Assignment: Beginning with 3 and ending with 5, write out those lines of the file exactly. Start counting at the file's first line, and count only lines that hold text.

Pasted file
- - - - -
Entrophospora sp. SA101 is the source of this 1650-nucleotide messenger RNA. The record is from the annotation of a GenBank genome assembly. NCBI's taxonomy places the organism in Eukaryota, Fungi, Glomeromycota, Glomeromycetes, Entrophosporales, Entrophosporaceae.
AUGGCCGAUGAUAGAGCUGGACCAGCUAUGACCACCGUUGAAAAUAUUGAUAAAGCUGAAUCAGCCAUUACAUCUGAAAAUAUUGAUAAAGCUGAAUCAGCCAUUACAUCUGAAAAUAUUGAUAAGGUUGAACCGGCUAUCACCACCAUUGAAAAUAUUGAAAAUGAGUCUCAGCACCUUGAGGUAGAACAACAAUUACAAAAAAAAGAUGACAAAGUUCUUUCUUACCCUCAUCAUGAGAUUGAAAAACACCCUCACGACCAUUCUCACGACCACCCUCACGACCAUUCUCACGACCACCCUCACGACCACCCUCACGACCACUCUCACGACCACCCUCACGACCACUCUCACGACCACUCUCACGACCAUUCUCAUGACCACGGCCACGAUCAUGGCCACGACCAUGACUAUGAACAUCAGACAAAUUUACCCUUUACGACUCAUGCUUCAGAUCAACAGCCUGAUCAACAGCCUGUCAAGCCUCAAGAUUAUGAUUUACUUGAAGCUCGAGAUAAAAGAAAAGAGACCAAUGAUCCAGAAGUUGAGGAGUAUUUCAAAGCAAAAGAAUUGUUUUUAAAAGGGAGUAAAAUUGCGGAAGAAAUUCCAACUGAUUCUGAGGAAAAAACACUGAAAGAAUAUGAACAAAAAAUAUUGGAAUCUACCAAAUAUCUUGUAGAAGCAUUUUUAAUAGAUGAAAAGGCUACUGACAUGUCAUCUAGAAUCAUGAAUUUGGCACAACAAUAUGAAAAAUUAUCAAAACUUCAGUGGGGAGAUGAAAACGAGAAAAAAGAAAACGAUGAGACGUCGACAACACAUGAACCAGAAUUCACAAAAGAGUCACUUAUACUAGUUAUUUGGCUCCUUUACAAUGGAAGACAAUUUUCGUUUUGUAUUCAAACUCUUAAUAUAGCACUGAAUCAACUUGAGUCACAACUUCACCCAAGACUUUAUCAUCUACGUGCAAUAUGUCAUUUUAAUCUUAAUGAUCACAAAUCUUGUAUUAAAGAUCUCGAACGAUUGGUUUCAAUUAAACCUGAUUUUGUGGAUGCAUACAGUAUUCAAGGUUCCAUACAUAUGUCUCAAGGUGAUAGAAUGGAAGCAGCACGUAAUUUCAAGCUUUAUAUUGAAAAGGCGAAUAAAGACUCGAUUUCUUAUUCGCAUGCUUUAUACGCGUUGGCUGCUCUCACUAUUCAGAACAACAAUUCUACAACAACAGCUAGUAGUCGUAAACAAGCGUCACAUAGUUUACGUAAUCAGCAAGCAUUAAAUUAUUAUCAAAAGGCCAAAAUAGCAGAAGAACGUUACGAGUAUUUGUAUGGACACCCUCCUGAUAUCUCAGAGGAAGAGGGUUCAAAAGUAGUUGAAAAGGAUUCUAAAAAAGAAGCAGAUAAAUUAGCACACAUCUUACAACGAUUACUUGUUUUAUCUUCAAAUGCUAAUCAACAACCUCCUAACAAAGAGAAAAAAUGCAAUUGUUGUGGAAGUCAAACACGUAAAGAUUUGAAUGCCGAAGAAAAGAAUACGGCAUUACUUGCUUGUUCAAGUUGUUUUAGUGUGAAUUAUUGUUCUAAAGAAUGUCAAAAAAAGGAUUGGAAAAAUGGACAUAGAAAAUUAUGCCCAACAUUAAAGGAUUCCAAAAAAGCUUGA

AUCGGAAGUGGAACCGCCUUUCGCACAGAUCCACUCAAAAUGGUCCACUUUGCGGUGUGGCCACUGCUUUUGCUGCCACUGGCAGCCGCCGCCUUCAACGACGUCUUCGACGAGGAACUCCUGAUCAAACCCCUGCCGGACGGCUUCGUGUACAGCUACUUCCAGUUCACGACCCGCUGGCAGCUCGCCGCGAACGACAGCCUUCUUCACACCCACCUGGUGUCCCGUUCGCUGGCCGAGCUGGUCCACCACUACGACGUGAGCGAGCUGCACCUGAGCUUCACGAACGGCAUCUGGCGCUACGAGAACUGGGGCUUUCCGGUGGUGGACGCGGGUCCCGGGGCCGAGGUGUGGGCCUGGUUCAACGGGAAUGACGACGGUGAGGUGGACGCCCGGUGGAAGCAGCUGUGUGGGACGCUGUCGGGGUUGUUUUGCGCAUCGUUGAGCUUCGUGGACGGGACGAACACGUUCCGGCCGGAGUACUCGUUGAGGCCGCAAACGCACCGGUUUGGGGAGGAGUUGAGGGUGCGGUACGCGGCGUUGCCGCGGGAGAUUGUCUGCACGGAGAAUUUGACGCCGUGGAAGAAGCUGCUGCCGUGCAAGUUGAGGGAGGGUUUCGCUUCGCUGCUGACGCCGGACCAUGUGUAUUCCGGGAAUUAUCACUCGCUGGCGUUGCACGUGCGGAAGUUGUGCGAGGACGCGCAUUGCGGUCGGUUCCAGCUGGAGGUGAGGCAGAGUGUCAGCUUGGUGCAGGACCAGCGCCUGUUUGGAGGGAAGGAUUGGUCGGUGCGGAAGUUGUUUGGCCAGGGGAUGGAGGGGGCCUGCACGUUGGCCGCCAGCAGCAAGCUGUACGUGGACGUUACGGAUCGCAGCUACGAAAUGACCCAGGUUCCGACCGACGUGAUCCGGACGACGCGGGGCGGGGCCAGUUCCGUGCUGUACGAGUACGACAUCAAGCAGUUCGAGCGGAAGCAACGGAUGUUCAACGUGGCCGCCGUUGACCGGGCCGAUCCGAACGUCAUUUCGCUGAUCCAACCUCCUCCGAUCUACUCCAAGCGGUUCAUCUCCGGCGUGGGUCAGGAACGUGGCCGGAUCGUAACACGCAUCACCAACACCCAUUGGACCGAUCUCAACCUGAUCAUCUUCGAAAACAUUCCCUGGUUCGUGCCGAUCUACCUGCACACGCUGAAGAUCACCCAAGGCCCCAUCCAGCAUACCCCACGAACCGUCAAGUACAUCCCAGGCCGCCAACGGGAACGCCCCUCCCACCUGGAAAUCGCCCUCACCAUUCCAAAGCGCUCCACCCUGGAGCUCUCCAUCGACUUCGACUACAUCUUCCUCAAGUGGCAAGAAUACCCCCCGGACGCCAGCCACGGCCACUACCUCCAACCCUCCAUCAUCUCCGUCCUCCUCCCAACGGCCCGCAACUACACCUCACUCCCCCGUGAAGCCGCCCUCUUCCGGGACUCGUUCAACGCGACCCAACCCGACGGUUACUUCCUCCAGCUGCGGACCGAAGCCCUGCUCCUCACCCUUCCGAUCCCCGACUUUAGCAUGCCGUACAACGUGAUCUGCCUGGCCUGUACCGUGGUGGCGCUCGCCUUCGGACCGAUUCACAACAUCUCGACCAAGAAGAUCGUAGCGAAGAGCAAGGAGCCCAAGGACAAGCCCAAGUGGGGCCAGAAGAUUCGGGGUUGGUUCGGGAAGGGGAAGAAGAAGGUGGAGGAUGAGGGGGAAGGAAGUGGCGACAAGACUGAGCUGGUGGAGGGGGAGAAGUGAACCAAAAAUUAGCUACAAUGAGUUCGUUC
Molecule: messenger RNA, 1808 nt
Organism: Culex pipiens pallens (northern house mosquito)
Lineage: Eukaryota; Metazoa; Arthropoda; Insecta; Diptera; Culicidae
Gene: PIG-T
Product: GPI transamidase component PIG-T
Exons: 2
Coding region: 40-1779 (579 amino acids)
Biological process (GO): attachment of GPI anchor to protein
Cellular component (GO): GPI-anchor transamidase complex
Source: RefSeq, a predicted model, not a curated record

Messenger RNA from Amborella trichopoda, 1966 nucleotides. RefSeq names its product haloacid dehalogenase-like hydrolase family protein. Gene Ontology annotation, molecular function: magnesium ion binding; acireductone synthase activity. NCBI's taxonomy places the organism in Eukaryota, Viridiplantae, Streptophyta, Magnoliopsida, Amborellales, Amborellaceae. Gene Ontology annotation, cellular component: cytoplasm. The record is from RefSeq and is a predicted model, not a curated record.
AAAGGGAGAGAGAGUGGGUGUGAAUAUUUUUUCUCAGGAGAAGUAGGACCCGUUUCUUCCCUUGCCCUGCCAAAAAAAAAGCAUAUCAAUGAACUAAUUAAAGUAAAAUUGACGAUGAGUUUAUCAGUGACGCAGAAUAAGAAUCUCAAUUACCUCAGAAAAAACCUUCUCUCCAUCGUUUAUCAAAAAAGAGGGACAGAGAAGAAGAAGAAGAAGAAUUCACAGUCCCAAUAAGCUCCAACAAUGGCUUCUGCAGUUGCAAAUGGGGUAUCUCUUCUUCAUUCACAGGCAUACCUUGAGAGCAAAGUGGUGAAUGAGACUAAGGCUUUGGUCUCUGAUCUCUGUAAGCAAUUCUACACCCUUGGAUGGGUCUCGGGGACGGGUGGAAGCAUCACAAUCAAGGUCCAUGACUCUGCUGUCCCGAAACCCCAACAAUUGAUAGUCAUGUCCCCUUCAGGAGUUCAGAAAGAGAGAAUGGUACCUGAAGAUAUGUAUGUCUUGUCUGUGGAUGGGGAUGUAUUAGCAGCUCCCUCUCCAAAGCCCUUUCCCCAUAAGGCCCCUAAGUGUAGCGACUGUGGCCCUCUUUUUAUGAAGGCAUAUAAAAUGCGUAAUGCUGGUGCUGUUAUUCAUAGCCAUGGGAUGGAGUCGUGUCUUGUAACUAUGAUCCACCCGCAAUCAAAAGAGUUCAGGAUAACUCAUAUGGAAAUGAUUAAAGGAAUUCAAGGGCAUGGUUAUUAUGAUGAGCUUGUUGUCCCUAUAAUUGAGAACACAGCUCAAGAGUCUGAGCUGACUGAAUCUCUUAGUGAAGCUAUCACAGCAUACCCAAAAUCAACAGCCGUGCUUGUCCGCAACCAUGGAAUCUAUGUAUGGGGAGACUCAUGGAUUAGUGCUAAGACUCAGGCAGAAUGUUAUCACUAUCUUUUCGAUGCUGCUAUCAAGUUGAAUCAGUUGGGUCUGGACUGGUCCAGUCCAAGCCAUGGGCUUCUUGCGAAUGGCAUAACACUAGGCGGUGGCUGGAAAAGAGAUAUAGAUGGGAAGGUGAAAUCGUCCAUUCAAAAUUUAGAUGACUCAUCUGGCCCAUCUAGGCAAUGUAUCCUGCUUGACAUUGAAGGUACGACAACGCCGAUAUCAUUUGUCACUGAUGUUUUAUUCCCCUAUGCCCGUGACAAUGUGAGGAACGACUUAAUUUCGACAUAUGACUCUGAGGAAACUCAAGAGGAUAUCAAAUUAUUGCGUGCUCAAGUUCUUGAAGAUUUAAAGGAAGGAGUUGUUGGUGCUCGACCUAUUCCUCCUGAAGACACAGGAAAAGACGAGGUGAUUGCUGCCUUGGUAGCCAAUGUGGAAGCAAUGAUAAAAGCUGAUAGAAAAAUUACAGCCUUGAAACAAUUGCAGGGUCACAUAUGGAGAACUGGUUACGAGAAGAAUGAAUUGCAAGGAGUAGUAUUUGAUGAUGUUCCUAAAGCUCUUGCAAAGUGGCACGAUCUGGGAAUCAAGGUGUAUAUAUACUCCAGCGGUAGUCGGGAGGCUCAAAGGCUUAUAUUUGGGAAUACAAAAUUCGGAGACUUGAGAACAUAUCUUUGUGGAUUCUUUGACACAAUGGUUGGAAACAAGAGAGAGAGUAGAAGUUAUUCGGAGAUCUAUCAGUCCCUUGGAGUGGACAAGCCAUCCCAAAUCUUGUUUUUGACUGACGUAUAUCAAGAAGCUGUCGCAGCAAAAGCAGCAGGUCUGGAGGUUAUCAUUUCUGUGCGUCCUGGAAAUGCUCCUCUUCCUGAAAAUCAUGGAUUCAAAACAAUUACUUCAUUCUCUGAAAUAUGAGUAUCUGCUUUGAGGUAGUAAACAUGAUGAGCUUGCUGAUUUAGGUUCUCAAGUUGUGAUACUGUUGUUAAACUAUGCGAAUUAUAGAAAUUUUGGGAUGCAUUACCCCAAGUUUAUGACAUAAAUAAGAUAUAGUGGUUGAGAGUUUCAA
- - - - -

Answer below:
AUCGGAAGUGGAACCGCCUUUCGCACAGAUCCACUCAAAAUGGUCCACUUUGCGGUGUGGCCACUGCUUUUGCUGCCACUGGCAGCCGCCGCCUUCAACGACGUCUUCGACGAGGAACUCCUGAUCAAACCCCUGCCGGACGGCUUCGUGUACAGCUACUUCCAGUUCACGACCCGCUGGCAGCUCGCCGCGAACGACAGCCUUCUUCACACCCACCUGGUGUCCCGUUCGCUGGCCGAGCUGGUCCACCACUACGACGUGAGCGAGCUGCACCUGAGCUUCACGAACGGCAUCUGGCGCUACGAGAACUGGGGCUUUCCGGUGGUGGACGCGGGUCCCGGGGCCGAGGUGUGGGCCUGGUUCAACGGGAAUGACGACGGUGAGGUGGACGCCCGGUGGAAGCAGCUGUGUGGGACGCUGUCGGGGUUGUUUUGCGCAUCGUUGAGCUUCGUGGACGGGACGAACACGUUCCGGCCGGAGUACUCGUUGAGGCCGCAAACGCACCGGUUUGGGGAGGAGUUGAGGGUGCGGUACGCGGCGUUGCCGCGGGAGAUUGUCUGCACGGAGAAUUUGACGCCGUGGAAGAAGCUGCUGCCGUGCAAGUUGAGGGAGGGUUUCGCUUCGCUGCUGACGCCGGACCAUGUGUAUUCCGGGAAUUAUCACUCGCUGGCGUUGCACGUGCGGAAGUUGUGCGAGGACGCGCAUUGCGGUCGGUUCCAGCUGGAGGUGAGGCAGAGUGUCAGCUUGGUGCAGGACCAGCGCCUGUUUGGAGGGAAGGAUUGGUCGGUGCGGAAGUUGUUUGGCCAGGGGAUGGAGGGGGCCUGCACGUUGGCCGCCAGCAGCAAGCUGUACGUGGACGUUACGGAUCGCAGCUACGAAAUGACCCAGGUUCCGACCGACGUGAUCCGGACGACGCGGGGCGGGGCCAGUUCCGUGCUGUACGAGUACGACAUCAAGCAGUUCGAGCGGAAGCAACGGAUGUUCAACGUGGCCGCCGUUGACCGGGCCGAUCCGAACGUCAUUUCGCUGAUCCAACCUCCUCCGAUCUACUCCAAGCGGUUCAUCUCCGGCGUGGGUCAGGAACGUGGCCGGAUCGUAACACGCAUCACCAACACCCAUUGGACCGAUCUCAACCUGAUCAUCUUCGAAAACAUUCCCUGGUUCGUGCCGAUCUACCUGCACACGCUGAAGAUCACCCAAGGCCCCAUCCAGCAUACCCCACGAACCGUCAAGUACAUCCCAGGCCGCCAACGGGAACGCCCCUCCCACCUGGAAAUCGCCCUCACCAUUCCAAAGCGCUCCACCCUGGAGCUCUCCAUCGACUUCGACUACAUCUUCCUCAAGUGGCAAGAAUACCCCCCGGACGCCAGCCACGGCCACUACCUCCAACCCUCCAUCAUCUCCGUCCUCCUCCCAACGGCCCGCAACUACACCUCACUCCCCCGUGAAGCCGCCCUCUUCCGGGACUCGUUCAACGCGACCCAACCCGACGGUUACUUCCUCCAGCUGCGGACCGAAGCCCUGCUCCUCACCCUUCCGAUCCCCGACUUUAGCAUGCCGUACAACGUGAUCUGCCUGGCCUGUACCGUGGUGGCGCUCGCCUUCGGACCGAUUCACAACAUCUCGACCAAGAAGAUCGUAGCGAAGAGCAAGGAGCCCAAGGACAAGCCCAAGUGGGGCCAGAAGAUUCGGGGUUGGUUCGGGAAGGGGAAGAAGAAGGUGGAGGAUGAGGGGGAAGGAAGUGGCGACAAGACUGAGCUGGUGGAGGGGGAGAAGUGAACCAAAAAUUAGCUACAAUGAGUUCGUUC
Molecule: messenger RNA, 1808 nt
Organism: Culex pipiens pallens (northern house mosquito)